B. Mutlu Sumer – Journal of Hydraulic Research, March 2013
Flow–structure–seabed interaction in coastal and marine environments is a rapidly growing area of research and applications. In this vision paper, this area is discussed with a view of identifying its state of the art and current research challenges. The discussion draws attention to key issues related to structures such as marine pipelines, offshore windfarms, and multiuse offshore platforms. Tsunamis, which received considerable attention after two recent extreme events (2004 Indonesia tsunami and 2011 Japan tsunami) are also included in the discussion. Marine hydro-geomechanics is highlighted, among other areas, as an emerging branch of Marine Civil Engineering. Predictions of the field development for the forthcoming years are also briefly outlined.
J. Vaughn Barrie and Kim W. Conway – Continental Shelf Research, October 2013
An inventory of Canada’s marine renewable energy resources based on numerical modeling of the potential tidal, wave and wind energy has been published that identifies areas with maximum resource potential. However, the inventory does not consider the seabed geological conditions that will control the safe development of seabed installations and cable corridors. The Geological Survey of Canada (Natural Resources Canada) has therefore undertaken an assessment of seafloor geological characteristics and physical environmental parameters that will be encountered during any extensive deployment of marine renewable energy systems for the Pacific offshore of Canada. Here we present an overview of seabed characterization for key sites for each of the three energy types. Continue reading
CP Kuang, PC Liu, Y Pan, J Gu – Advanced Materials Research, May 2012
With the increasing demand of energy, as a clean green renewable energy, ocean wave energy is paid much attention by the countries especially those along coasts. So far, wave power generation technology has experienced decades of development. In this paper, the development and the main wave power generation devices are introduced, moreover, the latest applications of wave energy and existing problems on wave power generation technology are presented.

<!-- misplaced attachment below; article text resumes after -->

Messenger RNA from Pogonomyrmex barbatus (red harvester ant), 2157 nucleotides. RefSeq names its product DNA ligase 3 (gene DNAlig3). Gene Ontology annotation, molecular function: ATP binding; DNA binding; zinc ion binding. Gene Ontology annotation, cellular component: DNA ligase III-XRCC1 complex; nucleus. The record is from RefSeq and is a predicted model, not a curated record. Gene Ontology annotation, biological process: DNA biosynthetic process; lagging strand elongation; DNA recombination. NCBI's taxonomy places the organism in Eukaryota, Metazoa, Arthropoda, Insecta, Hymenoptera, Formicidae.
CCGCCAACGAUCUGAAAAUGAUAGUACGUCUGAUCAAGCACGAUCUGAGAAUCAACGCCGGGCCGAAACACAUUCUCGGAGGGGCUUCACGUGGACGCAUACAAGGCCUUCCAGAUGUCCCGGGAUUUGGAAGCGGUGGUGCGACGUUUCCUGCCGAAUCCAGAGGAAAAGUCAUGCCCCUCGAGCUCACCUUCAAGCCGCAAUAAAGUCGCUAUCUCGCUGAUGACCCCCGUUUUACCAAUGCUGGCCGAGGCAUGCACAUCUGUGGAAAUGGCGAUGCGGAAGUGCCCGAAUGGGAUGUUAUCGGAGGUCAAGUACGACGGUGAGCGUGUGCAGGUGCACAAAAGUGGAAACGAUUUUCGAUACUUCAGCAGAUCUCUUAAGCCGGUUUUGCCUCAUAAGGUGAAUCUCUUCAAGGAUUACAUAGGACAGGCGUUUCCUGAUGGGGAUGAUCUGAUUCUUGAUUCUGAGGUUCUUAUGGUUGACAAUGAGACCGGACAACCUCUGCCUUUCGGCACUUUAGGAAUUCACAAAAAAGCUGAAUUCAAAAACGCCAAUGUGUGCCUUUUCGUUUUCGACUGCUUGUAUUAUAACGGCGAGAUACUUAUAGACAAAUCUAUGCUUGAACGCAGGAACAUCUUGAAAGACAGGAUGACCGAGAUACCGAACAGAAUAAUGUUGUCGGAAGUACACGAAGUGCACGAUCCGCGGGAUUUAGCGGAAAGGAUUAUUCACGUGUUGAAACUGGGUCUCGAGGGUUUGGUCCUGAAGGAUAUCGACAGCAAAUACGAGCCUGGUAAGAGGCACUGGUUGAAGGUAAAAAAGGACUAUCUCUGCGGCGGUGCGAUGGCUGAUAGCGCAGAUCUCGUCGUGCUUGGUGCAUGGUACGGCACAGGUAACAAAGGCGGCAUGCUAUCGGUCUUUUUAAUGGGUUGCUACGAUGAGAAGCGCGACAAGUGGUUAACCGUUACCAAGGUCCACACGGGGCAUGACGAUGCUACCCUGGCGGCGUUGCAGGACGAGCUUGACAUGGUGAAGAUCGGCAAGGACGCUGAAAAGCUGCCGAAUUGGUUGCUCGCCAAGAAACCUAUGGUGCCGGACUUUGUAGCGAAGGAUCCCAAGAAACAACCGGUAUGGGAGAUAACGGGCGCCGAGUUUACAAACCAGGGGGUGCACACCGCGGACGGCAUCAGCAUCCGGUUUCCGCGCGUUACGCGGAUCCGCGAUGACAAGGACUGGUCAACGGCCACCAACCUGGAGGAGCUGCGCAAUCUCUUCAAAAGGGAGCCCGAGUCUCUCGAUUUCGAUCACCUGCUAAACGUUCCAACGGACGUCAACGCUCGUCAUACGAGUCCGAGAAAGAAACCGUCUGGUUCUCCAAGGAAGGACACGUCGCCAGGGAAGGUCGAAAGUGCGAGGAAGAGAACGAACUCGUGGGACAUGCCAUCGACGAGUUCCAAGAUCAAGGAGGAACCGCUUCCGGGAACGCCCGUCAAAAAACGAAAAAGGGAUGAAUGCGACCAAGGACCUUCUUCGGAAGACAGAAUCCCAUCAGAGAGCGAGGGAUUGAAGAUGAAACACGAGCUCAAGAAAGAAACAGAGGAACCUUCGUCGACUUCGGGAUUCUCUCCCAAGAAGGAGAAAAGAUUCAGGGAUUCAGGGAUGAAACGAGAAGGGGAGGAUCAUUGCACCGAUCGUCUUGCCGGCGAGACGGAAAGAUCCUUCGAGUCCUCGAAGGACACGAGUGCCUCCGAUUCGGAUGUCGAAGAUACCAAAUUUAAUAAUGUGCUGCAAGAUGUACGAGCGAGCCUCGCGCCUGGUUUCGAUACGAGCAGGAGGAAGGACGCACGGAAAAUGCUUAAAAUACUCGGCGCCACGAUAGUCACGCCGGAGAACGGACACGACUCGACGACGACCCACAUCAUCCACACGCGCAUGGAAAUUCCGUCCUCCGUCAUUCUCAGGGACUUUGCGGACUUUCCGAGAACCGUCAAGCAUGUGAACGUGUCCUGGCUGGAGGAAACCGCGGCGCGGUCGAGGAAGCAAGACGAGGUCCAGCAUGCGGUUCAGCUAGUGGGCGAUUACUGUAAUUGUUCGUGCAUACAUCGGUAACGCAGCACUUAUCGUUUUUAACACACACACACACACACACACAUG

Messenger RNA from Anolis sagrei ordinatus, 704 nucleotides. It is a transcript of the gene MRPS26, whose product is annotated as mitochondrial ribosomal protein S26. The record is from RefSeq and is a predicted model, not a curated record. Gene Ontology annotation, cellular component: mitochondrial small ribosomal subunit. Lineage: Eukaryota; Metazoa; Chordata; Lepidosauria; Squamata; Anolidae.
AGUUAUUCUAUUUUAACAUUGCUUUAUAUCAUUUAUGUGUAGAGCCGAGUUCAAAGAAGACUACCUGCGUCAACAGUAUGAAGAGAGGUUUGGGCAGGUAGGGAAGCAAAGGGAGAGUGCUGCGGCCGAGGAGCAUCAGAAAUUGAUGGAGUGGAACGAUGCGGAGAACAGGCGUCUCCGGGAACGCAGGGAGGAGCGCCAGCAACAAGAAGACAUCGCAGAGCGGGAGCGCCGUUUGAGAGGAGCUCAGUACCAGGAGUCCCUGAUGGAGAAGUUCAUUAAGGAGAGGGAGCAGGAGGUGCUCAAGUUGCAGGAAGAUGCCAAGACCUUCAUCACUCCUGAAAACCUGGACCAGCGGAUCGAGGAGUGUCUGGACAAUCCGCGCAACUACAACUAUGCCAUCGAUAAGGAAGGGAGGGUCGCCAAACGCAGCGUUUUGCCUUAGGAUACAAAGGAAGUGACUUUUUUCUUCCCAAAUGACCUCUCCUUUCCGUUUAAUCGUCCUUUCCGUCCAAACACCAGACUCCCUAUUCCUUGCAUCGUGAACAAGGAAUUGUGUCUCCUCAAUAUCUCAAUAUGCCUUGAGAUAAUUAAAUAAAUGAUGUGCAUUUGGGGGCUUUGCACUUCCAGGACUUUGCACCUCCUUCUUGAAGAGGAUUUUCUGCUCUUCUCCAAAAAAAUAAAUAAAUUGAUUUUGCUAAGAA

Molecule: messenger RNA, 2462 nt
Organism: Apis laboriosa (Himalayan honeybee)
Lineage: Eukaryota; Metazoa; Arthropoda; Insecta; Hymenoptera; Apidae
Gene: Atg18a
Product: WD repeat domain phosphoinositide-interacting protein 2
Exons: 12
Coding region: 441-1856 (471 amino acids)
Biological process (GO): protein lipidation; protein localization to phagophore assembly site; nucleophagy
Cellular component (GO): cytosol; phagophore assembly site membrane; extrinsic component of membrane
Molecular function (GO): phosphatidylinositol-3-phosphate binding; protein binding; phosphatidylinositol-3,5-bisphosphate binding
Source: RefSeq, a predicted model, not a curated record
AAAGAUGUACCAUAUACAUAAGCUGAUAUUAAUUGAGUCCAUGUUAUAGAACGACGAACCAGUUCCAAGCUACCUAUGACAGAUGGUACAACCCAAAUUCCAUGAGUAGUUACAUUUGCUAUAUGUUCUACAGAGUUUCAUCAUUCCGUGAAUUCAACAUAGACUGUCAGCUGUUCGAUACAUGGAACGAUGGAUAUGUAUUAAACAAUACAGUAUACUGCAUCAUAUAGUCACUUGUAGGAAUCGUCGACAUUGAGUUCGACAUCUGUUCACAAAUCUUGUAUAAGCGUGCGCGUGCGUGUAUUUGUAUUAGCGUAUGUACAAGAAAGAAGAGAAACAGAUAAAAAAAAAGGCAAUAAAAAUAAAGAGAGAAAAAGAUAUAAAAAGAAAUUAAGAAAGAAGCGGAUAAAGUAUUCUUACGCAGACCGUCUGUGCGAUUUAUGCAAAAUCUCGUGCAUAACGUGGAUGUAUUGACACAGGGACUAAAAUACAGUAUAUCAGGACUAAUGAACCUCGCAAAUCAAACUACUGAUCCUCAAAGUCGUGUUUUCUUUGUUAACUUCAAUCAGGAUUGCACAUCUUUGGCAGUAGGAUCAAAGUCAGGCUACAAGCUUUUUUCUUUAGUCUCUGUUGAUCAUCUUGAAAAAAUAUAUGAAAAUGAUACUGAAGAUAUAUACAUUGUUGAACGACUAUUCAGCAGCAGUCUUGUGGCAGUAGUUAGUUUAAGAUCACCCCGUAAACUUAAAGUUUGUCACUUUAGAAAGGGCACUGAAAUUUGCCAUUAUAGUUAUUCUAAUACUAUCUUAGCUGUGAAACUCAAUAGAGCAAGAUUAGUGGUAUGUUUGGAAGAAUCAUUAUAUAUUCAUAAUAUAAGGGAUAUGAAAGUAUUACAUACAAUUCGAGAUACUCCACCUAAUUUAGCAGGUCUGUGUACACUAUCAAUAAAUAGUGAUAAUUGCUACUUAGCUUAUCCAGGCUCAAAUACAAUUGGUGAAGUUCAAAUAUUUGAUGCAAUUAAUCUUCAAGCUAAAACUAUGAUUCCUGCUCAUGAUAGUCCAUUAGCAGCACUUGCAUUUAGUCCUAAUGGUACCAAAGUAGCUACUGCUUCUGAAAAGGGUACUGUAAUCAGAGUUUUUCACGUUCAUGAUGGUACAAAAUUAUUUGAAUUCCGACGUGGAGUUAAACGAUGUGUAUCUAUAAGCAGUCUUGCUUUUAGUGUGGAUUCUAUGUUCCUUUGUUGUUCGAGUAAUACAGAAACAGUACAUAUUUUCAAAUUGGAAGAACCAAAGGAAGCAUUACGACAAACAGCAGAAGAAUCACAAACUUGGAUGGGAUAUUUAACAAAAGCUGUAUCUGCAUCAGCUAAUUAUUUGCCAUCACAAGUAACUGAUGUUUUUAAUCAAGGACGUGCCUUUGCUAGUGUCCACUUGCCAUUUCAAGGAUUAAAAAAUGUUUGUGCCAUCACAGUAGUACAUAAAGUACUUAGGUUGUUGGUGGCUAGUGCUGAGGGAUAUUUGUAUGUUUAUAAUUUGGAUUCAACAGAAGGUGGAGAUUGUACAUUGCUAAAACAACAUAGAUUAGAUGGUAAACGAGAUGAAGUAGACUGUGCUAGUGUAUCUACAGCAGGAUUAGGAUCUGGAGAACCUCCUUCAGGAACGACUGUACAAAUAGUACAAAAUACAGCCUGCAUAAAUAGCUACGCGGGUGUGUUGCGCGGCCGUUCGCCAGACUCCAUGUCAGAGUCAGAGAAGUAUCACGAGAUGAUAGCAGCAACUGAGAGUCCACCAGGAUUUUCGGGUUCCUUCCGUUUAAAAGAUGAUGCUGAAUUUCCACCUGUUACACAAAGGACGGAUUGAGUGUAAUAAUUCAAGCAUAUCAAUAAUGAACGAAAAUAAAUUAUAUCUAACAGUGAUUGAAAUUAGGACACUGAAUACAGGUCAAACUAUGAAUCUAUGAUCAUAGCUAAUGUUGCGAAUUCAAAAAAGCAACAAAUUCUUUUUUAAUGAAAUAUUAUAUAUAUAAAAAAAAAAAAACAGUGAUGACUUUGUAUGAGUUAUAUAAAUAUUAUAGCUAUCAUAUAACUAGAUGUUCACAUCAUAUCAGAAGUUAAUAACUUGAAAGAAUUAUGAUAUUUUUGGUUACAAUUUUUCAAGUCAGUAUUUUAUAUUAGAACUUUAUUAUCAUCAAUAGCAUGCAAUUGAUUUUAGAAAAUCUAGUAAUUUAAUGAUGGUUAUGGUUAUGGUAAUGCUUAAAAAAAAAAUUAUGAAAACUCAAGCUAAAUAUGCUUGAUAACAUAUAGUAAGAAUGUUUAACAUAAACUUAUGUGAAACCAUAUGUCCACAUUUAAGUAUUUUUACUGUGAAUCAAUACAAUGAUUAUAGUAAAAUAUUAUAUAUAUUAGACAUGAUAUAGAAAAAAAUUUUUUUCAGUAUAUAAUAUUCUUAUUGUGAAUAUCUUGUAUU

F Vona, F Nicolli, L Nesta – 2012
This paper carries out a comprehensive analysis of renewable energy innovations considering four mechanisms suggested by innovation models: 1. policy-inducement; 2. market structure; 3. demand and social cohesion-mainly proxied by income inequality; 4. characteristics of country knowledge base. For OECD countries and years 1970-2005, we build a unique dataset containing time-varying information on quality-adjusted patent production in renewable energy, the latter being a function of environmental policies, green R&D, entry barriers, knowledge stock, knowledge diversity and income inequality. We develop count data models using the Generalized Method of Moments (GMM) to account for endogeneity of policy support. Our synthetic policy index positively affects innovations especially in countries with deregulated energy markets and low entry barriers. The effect of entry barriers and inequality is negative and of similar magnitude as that of policy. Product market liberalization positively affects green patent generation, especially so when ambitious policies are adopted, when the initial level of public R&D expenditures and when the initial share of distributed energy generation is high. Our results are robust to alternative specifications, to the inclusion of technology-specific effects and to the use of quality-adjusted patents as dependent variables. In the latter case, the estimated effect of lowering entry barriers and of knowledge diversity almost double on citation count relatively to patent count.